This book examines computer architecture, computability theory, and the history of
computers from the perspective of minimalist computing - a framework in which the
instruction set consists of a single instruction. This approach is different than that taken in
any other computer architecture text, and it is a bold step.
    The audience for this book is researchers, computer hardware engineers, software
engineers, and systems engineers who are looking for a fresh, unique perspective on
computer architecture. Upper division undergraduate students and early graduate students
studying computer architecture, computer organization, or embedded systems will also
find this book useful. A typical course title might be "Special Topics in Computer
    The organization of the book is as follows. First, the reasons for studying such an
"esoteric" subject are given. Then, the history and evolution of instruction sets is studied
with an emphasis on how modern computing has features of one instruction computing.
Also, previous computer systems are reviewed to show how their features relate to one
instruction computers.
    Next, the primary forms of one instruction set computing are examined. The theories of
computation and of Turing machines are also reviewed to examine the theoretical
nature of one instruction computers.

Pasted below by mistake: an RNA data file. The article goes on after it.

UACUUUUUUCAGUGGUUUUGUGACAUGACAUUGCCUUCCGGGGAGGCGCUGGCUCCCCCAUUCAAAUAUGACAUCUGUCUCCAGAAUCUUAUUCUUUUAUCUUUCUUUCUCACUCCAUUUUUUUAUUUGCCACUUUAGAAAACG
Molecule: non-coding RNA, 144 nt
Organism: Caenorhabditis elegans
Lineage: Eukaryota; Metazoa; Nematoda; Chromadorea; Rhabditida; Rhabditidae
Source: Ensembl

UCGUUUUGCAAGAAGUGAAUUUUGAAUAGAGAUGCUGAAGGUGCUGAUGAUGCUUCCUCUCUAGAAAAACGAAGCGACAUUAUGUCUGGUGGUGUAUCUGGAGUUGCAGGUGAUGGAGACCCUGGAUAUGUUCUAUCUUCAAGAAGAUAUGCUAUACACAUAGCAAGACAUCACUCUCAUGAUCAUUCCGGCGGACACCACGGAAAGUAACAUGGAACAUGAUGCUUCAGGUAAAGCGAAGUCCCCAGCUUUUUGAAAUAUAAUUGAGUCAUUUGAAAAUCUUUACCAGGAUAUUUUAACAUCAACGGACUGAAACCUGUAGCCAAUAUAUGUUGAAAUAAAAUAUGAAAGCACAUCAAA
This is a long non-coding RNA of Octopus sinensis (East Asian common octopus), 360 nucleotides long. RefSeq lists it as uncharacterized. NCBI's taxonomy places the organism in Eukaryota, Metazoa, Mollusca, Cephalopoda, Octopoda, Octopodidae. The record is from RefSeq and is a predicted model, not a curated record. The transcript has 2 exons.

Other processor architectures and instruction sets are then mapped into single
instructions to illustrate the features of both types of one instruction computers. In doing
so, the features of the processor being mapped are highlighted.
    In the final chapter, the applications for one instruction processors are studied, and
similar phenomena in nature and future work are discussed.
    For brevity, it is assumed that the reader is already familiar with digital logic,
computer architecture, assembly language programming, and a high level language like
C. In addition, some familiarity with discrete mathematics and the theory of computation
would be helpful, although it is not necessary. In any case, many suitable reference
sources, and a rather extensive glossary are provided at the end of the text. 
    Finally, a generic form of assembly language is used throughout the text so that
familiarity with one processor or another is not necessary. This assembly language is
similar to MOS Technologies 6502 microprocessor. Appendix A provides a summary of
the generic instruction set.